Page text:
Inside Suzhou’s Lingering Garden, there is one side of wall entirely covered, to the very top, in Boston ivy. This expansive spread of ivy is a world of crisscrossing grids, with sentiments inextricably entangled within, containing no-longer-traceable eras of striations and braids, woven into the layers and folds. Yet the seemingly untrammelled extension of these lines of ivy are constrained by the physique of the wall; the vines refuse to shatter the building’s elegance, nor suppress the subtle grace of Jiangnan, which exudes an aura that is in deep contrast with the roaring, churning waters of the untameable Yellow River. These horizontal vines extend and twist, yet run in harmony with the horizontal edges of the wall, its vertical lines like rain, sprinkled over the Jiangnan sky; together, this clear and penetrating structure of lines creates an unexpected effect of mist and haziness.
The ivy upon the wall is a fishnet, a network of vessels, a wall rich with images. The artist’s trade has been hung on the wall, and it is the wall that conjures in him the thought of painting. Under the wind and light rain, this white wall is the perfect canvas, yet the artist has overlooked it, and the ivy has staked the territory first, so delighted it has forgotten its own identity, shed it to become a scaled dragon, a dancing snake.”
Time and Memories Buried within the Tangle of Vines
Autumn onto the Wall depicts a large stretch of a Jiangnan residential outer wall, it’s expansive white space covered in tentacle-like Boston ivy, extending from right to left, from the bottom to the top. Complexly layered, vines of varying thickness, of varying age, run through each other. Uniting with the blemishes and scars on the white wall, the image suggests that only experience derived through the ages could yield this spectacular joining of heavenly and manmade creations. The colours of the ivy, in addition to their true colours of brown, grey, and black, are presented also in the subjective tones of orange-red, verdant green, chestnut, appearing rich with vitality, like intersecting nerves, leading the viewer toward the abstract, in the direction of surrealism.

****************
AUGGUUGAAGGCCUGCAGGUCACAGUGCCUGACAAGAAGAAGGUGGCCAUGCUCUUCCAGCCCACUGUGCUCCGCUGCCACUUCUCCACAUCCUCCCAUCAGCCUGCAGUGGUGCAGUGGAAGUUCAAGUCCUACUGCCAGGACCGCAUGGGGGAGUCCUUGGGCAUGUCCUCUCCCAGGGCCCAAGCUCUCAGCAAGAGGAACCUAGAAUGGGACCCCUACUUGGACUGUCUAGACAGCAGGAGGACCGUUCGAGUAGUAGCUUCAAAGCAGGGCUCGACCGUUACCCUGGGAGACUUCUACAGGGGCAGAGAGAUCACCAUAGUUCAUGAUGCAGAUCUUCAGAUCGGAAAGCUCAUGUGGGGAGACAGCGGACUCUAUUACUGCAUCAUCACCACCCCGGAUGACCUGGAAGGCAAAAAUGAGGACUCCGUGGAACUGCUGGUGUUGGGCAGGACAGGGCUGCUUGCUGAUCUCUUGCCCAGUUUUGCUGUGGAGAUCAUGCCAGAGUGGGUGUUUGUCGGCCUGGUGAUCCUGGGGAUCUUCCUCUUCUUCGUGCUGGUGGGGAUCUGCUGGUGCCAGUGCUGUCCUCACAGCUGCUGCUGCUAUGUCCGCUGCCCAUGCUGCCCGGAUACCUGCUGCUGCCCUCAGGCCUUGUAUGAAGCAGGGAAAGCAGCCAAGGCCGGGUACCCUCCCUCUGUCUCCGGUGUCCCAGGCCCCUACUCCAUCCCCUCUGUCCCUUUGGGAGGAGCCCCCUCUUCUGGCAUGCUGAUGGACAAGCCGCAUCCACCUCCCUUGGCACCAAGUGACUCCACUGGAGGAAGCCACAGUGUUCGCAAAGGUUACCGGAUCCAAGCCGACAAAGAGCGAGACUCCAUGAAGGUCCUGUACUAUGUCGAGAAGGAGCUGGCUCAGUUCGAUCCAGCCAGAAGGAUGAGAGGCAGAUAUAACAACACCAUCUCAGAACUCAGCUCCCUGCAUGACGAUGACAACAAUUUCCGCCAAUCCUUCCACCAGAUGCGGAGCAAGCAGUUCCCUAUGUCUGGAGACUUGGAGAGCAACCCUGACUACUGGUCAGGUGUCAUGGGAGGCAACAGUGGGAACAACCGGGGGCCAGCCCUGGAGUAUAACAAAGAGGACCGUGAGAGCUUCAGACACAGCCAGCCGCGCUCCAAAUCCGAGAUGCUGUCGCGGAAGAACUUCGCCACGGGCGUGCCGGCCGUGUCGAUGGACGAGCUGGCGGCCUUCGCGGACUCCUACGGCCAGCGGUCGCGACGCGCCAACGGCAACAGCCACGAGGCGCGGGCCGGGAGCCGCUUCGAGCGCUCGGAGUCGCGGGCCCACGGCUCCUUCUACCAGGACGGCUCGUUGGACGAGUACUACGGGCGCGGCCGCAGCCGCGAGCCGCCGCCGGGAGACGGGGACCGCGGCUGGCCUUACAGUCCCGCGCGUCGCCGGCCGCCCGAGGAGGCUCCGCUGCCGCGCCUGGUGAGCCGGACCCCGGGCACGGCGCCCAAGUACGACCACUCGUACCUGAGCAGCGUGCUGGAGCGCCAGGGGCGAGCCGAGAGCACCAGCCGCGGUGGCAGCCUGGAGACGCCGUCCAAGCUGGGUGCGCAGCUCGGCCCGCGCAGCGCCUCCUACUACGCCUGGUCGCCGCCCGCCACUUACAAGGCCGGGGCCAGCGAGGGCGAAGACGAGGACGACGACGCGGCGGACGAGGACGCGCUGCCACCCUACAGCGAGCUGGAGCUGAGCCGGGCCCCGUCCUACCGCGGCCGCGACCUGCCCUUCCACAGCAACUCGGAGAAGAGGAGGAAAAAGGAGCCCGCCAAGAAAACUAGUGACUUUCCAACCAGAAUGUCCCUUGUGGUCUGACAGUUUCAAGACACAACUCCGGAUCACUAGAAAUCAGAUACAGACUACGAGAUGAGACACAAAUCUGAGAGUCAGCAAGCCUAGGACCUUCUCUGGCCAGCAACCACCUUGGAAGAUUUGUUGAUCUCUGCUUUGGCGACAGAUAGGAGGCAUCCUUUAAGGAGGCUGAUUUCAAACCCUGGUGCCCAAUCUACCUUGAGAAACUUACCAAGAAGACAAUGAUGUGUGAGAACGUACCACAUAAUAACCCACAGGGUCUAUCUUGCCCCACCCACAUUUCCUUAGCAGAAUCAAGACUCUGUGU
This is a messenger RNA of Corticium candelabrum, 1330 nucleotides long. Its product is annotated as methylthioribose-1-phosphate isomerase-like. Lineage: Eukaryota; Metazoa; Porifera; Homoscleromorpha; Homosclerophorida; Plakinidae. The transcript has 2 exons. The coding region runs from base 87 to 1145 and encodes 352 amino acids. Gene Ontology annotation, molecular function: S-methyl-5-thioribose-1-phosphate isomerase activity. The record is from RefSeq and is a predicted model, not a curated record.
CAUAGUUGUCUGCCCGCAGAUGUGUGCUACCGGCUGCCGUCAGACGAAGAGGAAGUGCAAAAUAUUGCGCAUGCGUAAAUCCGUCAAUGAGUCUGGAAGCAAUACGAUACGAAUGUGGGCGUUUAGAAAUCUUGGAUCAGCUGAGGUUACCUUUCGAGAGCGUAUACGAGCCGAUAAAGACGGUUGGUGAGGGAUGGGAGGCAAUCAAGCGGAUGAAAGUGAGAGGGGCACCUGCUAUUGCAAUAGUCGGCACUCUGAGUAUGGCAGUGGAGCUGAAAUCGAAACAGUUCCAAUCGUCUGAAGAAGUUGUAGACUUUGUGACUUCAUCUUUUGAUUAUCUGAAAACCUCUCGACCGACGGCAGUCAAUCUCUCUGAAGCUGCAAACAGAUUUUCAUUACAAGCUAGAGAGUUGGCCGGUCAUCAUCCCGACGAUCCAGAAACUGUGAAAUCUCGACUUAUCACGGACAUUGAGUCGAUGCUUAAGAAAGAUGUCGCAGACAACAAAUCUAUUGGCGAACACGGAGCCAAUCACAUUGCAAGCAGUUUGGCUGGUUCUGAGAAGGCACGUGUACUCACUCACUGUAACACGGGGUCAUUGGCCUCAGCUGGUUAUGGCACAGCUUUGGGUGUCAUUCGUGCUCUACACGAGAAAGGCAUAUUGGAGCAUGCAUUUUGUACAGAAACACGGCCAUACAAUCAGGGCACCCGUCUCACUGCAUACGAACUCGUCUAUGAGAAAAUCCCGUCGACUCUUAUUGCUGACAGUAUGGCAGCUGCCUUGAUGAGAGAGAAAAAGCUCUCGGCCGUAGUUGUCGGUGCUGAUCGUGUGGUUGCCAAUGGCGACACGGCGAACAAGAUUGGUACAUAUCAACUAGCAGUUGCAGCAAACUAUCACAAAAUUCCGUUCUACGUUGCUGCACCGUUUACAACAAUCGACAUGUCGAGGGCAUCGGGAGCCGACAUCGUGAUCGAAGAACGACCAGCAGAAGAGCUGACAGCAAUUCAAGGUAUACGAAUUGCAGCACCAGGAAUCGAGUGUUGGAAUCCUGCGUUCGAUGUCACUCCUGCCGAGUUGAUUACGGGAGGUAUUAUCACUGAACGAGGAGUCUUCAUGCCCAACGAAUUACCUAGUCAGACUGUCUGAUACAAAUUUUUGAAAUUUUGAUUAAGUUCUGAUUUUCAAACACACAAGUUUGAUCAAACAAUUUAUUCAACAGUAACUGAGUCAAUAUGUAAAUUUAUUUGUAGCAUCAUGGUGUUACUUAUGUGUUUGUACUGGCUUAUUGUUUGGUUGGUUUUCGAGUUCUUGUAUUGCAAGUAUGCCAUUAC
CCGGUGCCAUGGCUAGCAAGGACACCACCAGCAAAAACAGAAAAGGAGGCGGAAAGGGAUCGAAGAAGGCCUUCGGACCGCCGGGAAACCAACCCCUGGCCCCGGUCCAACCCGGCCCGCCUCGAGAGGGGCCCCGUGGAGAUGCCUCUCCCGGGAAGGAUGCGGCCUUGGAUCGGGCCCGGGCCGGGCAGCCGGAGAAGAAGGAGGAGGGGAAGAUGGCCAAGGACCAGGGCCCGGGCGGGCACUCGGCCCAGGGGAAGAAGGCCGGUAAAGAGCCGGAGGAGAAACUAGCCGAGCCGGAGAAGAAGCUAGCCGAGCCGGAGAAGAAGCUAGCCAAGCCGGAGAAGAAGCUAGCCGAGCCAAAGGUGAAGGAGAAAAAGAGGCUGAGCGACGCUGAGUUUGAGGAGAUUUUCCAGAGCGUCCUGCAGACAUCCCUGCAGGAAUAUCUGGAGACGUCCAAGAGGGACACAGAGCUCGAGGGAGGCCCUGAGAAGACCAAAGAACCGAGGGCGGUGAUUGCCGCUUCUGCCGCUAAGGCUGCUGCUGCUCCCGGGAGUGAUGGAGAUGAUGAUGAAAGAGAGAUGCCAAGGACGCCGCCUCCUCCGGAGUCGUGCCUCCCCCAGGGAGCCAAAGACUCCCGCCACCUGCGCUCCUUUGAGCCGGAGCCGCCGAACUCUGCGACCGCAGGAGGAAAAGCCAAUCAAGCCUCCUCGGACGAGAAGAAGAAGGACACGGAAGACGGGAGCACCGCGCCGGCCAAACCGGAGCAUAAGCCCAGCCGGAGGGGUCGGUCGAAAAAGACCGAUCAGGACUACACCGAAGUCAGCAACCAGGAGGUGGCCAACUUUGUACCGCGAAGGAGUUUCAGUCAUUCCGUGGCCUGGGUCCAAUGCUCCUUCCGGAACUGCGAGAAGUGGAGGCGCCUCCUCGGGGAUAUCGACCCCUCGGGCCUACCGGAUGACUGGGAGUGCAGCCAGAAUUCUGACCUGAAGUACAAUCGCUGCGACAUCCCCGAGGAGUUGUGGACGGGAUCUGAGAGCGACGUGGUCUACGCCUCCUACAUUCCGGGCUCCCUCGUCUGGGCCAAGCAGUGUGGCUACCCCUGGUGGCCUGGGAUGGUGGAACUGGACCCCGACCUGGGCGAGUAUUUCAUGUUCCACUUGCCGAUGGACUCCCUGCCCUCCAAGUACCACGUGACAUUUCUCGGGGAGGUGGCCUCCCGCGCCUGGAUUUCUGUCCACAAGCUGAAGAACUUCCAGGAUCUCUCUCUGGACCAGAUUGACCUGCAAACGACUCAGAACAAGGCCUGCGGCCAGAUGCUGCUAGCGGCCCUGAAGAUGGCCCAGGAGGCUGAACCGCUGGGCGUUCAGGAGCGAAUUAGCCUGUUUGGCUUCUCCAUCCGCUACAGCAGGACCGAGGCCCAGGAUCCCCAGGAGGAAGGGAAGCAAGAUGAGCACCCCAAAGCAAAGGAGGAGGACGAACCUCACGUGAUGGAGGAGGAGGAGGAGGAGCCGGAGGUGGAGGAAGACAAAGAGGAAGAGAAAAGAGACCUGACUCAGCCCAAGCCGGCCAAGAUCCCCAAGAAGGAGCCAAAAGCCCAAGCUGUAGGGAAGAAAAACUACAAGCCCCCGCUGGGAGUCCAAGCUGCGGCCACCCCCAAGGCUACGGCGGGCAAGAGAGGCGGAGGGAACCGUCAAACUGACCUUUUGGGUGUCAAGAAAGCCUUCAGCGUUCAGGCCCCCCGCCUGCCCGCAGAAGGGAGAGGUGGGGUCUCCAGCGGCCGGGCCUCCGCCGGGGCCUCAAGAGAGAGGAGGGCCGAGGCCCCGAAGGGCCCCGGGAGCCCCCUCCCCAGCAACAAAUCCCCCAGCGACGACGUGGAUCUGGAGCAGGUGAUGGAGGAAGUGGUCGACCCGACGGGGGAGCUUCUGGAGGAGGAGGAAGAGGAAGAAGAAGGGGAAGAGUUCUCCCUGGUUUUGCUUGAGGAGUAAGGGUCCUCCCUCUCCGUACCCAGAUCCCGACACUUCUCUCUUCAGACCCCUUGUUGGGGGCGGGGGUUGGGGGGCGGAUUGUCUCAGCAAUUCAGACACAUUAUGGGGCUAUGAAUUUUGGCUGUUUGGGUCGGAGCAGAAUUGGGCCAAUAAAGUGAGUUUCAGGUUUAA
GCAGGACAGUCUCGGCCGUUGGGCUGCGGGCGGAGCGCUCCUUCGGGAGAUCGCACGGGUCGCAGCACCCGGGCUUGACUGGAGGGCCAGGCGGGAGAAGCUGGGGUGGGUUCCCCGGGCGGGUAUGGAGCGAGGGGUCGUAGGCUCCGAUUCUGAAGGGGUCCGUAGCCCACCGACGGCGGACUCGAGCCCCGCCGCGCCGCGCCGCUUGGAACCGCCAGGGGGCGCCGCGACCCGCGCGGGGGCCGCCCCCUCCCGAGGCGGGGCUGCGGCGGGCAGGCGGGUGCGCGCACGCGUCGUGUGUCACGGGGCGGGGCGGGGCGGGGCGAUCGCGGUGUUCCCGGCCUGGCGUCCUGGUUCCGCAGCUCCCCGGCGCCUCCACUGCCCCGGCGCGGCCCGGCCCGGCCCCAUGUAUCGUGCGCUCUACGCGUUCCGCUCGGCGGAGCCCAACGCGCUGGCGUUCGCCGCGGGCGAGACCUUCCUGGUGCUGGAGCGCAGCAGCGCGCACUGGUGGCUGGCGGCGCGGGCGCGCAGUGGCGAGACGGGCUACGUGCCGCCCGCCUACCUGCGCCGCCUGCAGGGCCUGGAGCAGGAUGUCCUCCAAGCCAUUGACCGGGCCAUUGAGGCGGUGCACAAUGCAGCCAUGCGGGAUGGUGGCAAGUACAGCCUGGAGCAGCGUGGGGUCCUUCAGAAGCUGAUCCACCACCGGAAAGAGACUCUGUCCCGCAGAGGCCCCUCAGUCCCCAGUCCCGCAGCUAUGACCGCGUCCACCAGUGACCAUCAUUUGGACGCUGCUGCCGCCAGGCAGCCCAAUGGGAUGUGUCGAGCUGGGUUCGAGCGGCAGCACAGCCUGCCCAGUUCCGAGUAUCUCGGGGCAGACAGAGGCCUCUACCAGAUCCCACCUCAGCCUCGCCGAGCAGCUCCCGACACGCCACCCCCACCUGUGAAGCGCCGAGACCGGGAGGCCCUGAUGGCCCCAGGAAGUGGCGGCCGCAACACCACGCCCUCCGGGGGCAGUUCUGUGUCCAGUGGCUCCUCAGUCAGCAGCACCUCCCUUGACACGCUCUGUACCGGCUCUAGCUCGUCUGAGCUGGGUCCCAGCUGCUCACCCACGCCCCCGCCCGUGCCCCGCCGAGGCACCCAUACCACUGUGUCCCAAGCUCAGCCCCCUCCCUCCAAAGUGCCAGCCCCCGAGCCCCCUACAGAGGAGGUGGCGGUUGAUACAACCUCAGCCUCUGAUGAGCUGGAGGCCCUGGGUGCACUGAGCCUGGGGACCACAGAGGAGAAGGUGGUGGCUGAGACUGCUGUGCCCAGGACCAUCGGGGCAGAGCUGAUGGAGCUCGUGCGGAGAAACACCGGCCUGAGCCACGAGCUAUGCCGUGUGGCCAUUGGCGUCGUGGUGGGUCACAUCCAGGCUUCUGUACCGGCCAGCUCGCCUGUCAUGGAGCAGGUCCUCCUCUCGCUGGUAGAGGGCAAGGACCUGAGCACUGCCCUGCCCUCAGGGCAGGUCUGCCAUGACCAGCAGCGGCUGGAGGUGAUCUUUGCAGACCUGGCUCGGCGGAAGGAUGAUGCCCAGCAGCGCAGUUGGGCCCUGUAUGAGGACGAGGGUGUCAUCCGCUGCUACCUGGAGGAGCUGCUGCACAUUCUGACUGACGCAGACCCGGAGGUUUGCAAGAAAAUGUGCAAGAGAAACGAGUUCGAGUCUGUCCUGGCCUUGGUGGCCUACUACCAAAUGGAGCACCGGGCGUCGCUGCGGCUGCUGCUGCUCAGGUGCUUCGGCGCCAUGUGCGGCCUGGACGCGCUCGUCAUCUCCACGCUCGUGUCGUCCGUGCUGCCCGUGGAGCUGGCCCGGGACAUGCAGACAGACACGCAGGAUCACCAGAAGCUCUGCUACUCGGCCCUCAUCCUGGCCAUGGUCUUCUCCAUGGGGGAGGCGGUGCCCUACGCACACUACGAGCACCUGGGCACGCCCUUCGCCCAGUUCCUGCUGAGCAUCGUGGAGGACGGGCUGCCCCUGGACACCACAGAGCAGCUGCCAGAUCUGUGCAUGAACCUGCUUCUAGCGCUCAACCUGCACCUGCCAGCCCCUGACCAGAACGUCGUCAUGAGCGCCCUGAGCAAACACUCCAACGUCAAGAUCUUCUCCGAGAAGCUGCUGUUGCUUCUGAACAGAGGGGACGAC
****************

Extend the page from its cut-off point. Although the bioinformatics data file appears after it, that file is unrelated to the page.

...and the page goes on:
The vines on the walls of the Lingering Garden in Wu’s paintings are not merely beautiful in form, they also represent an abstract exploration of time and memory, broad strokes that, in a simple manner, capture and wield the complex. Vines grow slowly, standing for the elapse of time. The Ming dynasty dramatist Ma Zhiyuan’s famous lines, “A withered vine, an ancient tree, crows at dusk” similarly invoke the extension of vines to serve as concrete forms for the abstract concepts of age and death. The twisting and intertwined vines in Autumn onto the Wall express the concept of a life, ever-diminishing, but when interpreting it in conjunction the artist’s ink-wash painting Message of Spring, which depicts the same wall during mid-Spring, one sees that it also connotes the cycling of seasons, the metamorphosis and change that comes with age, and a tracing back to the past, into the depths of memory. At the top right of the painting, Wu has intentionally positioned a pair of swallows; this not only suggests that the painting is a partner to another one of his Jiangnan works, Two Swallows, it reinforces the idea of gazing back upon old memories. As if seeing the return of swallows he already knows, the artist is full of deep sentiment, and the painting makes palpable his feelings of nostalgia, the longings for home that arose while visiting the gardens.
Elucidating Jiangnan Aesthetics with Western Modernism